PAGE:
Lack of sleep affects us all. Just how important is sleep? By Lynsey Woolliscroft
The U.S. Center for Disease Control and Prevention believes that insufficient sleep is now a ‘public health epidemic’ and scientists at Oxford University claim that we’re getting two hours less sleep today than 60 years ago. Which in the context of an eight-hour sleep cycle, is 25% less.
We all know that sleep is a biological necessity like food, water and air. We know that when we sleep well, we function better and it is well-recognised now that even short-term sleep deprivation causes increased levels of cortisol, our ‘flight or fight’ hormone, it raises blood pressure and increases our risk of cardiovascular disease.
Mentally, sleep deprivation affects our chances of getting Alzheimer’s and depression, and sleep has a powerful effect on the immune system, which is why, when we have flu, our first instinct is to go to bed and rest.
And if that isn’t enough to make you prioritise sleep, then 87% of women agree that getting enough sleep is an important part of looking after your skin. It’s not called beauty sleep for nothing.
Sleep expert Dr. Neil Stanley who has been involved in sleep research for over 35 years and has organised some of the largest sleep studies in the world, has discovered that sleep plays a key part in the ‘Wellbeing Triangle’. This is a concept based on a balance of nutrition, exercise and sleep for optimal wellbeing.
Let’s take a quick look at the nutrition, specifically the gut, and how lack of sleep effects its function.
Our gut health can affect your quality of sleep. Poor sleep leads to an increase in appetite, fat production and weight gain by altering the hormones that control hunger and satisfaction. A poor night’s sleep can lead to a desire to consume 200-300 more calories in one day.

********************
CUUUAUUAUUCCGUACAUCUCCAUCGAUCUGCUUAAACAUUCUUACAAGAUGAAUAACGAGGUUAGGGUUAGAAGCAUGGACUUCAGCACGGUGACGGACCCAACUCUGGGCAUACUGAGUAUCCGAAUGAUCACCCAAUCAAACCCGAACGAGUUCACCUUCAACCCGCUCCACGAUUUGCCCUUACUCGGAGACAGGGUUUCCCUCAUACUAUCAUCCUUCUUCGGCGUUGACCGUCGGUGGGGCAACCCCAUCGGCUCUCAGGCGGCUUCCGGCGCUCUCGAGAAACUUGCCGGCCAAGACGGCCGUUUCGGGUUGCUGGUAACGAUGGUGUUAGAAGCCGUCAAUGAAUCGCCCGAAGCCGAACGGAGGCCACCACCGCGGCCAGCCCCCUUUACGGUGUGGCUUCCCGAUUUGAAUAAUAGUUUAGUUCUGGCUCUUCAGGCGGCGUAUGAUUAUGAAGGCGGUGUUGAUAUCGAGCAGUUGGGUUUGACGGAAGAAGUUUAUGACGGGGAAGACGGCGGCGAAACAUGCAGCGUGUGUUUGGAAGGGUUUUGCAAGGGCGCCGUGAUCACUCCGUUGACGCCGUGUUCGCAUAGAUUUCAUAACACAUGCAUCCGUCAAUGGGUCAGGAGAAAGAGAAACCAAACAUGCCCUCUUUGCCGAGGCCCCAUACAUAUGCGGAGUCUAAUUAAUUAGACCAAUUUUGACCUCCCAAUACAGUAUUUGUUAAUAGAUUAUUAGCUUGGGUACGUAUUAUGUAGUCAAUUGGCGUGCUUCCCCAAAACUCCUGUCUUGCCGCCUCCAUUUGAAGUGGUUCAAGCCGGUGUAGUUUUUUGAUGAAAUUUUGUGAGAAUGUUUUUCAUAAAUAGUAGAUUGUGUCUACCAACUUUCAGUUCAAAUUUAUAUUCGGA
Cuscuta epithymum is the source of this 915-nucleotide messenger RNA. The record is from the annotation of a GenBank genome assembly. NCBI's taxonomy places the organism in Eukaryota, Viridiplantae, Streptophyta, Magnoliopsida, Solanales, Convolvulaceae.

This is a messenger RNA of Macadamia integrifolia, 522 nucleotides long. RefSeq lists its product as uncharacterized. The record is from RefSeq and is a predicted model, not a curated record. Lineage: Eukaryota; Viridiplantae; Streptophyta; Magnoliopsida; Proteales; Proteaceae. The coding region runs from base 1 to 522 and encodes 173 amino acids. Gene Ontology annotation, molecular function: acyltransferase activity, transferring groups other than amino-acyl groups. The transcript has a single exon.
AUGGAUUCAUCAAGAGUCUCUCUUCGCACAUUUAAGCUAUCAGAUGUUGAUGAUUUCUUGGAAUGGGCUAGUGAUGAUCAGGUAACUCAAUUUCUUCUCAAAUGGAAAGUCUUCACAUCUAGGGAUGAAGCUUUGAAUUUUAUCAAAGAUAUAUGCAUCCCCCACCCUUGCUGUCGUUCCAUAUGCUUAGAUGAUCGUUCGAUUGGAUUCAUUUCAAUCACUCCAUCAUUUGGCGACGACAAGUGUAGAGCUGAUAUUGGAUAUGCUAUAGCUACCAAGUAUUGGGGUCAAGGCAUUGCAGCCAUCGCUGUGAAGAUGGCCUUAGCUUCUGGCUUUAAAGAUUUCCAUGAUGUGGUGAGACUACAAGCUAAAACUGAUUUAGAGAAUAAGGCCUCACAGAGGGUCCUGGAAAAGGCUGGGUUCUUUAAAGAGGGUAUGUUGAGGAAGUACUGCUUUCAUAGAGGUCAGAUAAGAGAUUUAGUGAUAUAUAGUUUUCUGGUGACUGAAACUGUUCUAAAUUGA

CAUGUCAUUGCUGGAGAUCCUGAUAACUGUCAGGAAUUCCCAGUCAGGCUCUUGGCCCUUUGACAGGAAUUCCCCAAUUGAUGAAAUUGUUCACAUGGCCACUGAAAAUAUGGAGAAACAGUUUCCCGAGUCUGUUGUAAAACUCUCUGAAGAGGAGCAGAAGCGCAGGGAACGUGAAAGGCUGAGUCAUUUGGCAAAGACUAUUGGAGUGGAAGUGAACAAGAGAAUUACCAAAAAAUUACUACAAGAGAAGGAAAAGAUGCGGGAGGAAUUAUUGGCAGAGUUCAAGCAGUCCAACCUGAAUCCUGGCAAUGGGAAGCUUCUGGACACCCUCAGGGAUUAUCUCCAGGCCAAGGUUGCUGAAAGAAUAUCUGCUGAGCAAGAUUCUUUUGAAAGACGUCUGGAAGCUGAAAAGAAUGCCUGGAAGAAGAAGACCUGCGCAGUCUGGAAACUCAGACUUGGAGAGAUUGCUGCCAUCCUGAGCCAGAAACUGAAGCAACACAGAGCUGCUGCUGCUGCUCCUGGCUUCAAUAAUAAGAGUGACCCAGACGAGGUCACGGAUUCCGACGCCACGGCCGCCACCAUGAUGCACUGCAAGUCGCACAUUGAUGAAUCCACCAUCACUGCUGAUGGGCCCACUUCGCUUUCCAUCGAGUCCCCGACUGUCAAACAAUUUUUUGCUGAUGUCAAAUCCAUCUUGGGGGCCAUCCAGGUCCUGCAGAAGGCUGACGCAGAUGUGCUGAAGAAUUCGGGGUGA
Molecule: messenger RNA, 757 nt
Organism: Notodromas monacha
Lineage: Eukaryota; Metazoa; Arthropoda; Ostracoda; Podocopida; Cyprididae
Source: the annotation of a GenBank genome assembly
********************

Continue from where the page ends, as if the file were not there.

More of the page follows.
It is really important to note, this is not just a consequence of consistent or long-term sleep deprivation: hunger and appetite increases occur after just one night of reduced sleep.
The sleep hormone, melatonin, is the key. The good news is that the beneficial bacteria in our gut can boost the body’s supply of melatonin while the happy hormone, serotonin, is regulated in the gut and happy people sleep better as they don’t stay awake worrying about things.
Essentially, the strong presence of beneficial bacteria in our gut is crucial for restorative sleep, so let’s keep our guts healthy and choose clean foods over processed, sugary options.
Linking back to the Wellness Triangle, it’s also important to move well to facilitate sleep. Current hectic lifestyles mean our nervous system is out of balance. The sympathetic side of our nervous system is over-stimulated, and we need to re-balance this to aid sleep.
We can recalibrate our nervous system, through moving mindfully, practicing yoga or meditation, or through various massage techniques. Massage is effective at rebalancing the nervous system, especially when the movements are focused on the spine and cranial areas. Some ancient healing modalities believe the nerves supporting the autonomic nervous system can be accessed along the spine using pressure points, rocking and kneading movements thus can calm a stressed guest.
Essentially, movement is just as key as eating well and sleeping to facilitate overall wellbeing.
Below are a series of highly actionable rituals to aid a good night’s sleep.
Disconnect: Stop using electronics one hour before you sleep. This is hard to do, I know! A useful tip is to set an alarm, to remind you to switch off your device. Electronic devices emit blue light which mimics the sun and sends messages to your brain that it’s daytime. In response, your brain stops producing melatonin, the sleep hormone.
Organise Your Morning: Spend a few minutes to get prepared for the next day. Pick out what you’re wearing and make a quick to-do list. This can save you a significant amount of time and unnecessary stress in the morning.
Bathing: 73% of adults agree that bathing/showering is a good way to reduce stress. A warm bath or shower before bed aids in a better night’s sleep. Couple this with powerful sedative essential oils like vetivert, soothing camomile, grounding sandalwood, and you’ll enhance the effects of the bathing experience.
Mindful Sleep Preparation: Lay in bed, turn the lights off, and concentrate on your breathing. This will quieten the mind and aid your sleep. Try some ‘box breathing’ to quieten your mind.
The last step is to sleep. Happy dreams everyone!